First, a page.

Learn Something New: The Crochet Cast On

The Crochet Cast On from the new Knitting Daily video, 45+ Knitted Cast Ons and Bind Offs with Ann Budd

I was lucky enough to take my friend Ann Budd’s Sock Summit class, Beginnings and Endings, all about cast ons and bind offs. She’s turned that class into a new DVD, 45+ Knitted Cast Ons and Bind Offs with Ann Budd.

You’ll learn that there are more ways to cast on/bind off than you ever imagined, and you’ll learn how to knit them all! Ann also teaches you when to use each technique and why it works on some projects better than others.

As I was watching the video, I was reintroduced to the crochet cast on. Hello, old friend! I learned this cast on knitting when I first started. One of my knitting group friends used it a lot and I liked how easy and fast it was, as well as the part where you didn’t have to estimate your tail length. I’m still terrible at that!

I abandoned this method for the more versatile long-tail cast on, but when I saw the crochet method in Ann’s video, I remembered it fondly.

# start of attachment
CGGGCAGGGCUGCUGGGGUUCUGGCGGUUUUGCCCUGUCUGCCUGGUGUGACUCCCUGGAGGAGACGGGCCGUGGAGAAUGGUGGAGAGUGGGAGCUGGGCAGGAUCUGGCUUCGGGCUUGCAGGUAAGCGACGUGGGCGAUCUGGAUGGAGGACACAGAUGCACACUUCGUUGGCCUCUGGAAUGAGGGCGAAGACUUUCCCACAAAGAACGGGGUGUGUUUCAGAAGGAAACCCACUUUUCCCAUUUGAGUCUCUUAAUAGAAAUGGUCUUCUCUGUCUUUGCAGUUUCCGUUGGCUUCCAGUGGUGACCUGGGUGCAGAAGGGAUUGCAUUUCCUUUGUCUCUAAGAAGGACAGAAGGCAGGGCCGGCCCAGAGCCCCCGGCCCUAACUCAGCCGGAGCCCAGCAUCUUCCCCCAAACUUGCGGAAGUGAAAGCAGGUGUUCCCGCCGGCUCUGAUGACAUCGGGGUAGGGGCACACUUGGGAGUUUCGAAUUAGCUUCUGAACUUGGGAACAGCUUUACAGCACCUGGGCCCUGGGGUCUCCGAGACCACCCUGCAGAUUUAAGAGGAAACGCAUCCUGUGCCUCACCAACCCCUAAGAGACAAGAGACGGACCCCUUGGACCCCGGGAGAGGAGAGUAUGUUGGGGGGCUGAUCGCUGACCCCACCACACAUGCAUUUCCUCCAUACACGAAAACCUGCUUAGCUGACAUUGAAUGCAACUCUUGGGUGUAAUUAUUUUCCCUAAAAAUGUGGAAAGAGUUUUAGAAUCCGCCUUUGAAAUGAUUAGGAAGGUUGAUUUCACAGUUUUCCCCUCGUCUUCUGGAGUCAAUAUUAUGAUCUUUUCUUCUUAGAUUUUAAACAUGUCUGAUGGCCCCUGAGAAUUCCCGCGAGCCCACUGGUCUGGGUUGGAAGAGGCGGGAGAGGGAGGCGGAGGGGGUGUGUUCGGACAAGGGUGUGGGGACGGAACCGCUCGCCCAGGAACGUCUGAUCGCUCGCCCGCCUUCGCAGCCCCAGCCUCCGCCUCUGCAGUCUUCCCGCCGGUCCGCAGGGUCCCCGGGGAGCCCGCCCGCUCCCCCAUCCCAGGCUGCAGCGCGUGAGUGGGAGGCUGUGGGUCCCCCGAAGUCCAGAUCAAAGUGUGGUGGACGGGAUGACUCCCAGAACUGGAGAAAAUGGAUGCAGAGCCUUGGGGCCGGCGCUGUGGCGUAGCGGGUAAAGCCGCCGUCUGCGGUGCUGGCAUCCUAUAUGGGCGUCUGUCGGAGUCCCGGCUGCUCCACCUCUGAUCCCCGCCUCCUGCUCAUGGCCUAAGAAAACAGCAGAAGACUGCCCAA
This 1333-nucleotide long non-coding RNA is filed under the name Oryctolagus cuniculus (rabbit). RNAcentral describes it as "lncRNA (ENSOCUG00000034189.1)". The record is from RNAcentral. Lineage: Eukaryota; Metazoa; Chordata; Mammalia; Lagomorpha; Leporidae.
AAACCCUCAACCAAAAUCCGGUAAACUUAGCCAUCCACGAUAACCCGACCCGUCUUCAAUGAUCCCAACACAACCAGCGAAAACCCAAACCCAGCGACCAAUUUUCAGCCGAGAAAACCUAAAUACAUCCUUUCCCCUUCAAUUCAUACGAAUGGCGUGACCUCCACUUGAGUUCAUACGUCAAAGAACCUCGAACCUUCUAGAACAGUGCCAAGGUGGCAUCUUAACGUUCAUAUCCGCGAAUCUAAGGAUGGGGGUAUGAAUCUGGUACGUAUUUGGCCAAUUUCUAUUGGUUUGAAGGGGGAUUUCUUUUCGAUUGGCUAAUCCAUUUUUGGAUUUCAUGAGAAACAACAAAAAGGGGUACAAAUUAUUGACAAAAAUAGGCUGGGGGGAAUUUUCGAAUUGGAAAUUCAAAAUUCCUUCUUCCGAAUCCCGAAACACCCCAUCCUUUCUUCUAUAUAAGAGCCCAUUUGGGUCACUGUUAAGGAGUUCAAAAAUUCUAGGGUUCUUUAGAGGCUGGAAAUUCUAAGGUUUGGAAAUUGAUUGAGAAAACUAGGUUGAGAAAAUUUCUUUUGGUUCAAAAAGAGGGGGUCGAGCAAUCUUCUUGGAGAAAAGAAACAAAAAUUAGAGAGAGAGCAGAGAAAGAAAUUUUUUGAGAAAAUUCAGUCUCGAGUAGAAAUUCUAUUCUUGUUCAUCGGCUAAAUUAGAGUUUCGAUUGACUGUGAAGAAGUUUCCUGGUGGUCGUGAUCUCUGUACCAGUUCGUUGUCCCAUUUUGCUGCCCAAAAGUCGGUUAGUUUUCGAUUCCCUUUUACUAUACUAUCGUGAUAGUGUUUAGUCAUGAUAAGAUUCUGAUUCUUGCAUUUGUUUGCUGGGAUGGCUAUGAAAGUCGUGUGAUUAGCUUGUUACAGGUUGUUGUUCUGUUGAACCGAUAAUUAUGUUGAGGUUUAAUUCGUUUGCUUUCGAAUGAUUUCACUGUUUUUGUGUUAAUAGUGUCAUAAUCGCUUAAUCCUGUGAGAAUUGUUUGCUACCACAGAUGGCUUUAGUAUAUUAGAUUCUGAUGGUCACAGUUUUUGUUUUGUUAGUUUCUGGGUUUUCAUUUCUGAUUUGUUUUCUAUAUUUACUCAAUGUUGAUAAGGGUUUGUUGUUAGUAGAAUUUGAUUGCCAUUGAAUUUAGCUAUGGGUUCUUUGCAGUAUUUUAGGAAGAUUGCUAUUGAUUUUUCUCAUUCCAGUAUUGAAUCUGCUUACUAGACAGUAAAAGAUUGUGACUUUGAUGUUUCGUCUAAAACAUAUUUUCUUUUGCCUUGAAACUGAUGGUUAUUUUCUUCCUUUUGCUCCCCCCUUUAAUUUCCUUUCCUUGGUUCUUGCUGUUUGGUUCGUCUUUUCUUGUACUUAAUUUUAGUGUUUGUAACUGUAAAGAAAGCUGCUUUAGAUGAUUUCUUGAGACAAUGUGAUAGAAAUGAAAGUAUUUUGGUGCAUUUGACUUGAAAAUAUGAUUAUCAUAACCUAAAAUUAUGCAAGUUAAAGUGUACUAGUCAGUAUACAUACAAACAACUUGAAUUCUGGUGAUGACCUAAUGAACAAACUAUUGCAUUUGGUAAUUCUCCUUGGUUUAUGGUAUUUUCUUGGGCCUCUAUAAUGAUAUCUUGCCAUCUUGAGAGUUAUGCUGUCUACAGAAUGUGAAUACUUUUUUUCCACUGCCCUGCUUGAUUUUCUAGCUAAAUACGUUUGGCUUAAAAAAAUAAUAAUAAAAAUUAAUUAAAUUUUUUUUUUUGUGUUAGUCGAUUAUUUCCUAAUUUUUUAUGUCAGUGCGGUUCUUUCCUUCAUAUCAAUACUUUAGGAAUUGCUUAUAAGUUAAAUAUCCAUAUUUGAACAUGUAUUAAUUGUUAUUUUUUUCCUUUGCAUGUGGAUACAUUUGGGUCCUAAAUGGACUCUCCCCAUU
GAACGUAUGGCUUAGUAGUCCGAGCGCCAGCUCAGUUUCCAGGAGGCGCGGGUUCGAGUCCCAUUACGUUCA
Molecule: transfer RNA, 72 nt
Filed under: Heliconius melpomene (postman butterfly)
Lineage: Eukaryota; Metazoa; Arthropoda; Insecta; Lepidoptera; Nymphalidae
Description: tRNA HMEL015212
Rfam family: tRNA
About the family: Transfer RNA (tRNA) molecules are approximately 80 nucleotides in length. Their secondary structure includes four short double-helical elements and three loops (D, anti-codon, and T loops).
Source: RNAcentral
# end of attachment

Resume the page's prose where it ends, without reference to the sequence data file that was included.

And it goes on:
This cast on looks like a chain, which is probably why it’s also known as the chain-edge cast on. It matches the standard bind off (knit two stitches, pass the right over the left), and it’s great to use on something like a washcloth or a scarf, where you want the cast-on row to match the bind-off row.

To teach you the crochet cast on, I took some screen shots from the video.

Step 1. Tie a slip knot on a crochet hook. (Choose a hook that matches your yarn weight. For worsted, choose a size G.) Step 2. Hold your needle next to the crochet hook, on top of your working yarn. Step 3. Use the crochet hook to grab the working yarn.
Step 3b. Pull the yarn through the loop on the hook. You’ll see the first stitch cast on. Step 4. Take the working yarn to the back, moving it between the needle and the hook.

In Step 3, notice how Ann is holding both the needle and the yarn tail in her left hand. This is essential for getting the correct tension, for making sure that the tail doesn’t flop around and get in the way! It might look a little fiddly, but when you’re casting on, you’ll notice that you automatically figure out how to manipulate both the needle and the tail. If you don’t, you’ll find it hard to work the cast on.

With this video in your library, you’ll never be caught short again when a pattern says “use the Channel Island cast on,” or some other cast on or bind off that you don’t have memorized. Download 45+ Knitted Cast Ons and Bind Offs with Ann Budd or pre-order the workshop on DVD.

Next time I talk about this video, I’ll share a bind-off technique!


P.S. What’s your go-to cast-on? Leave a comment and let us know!

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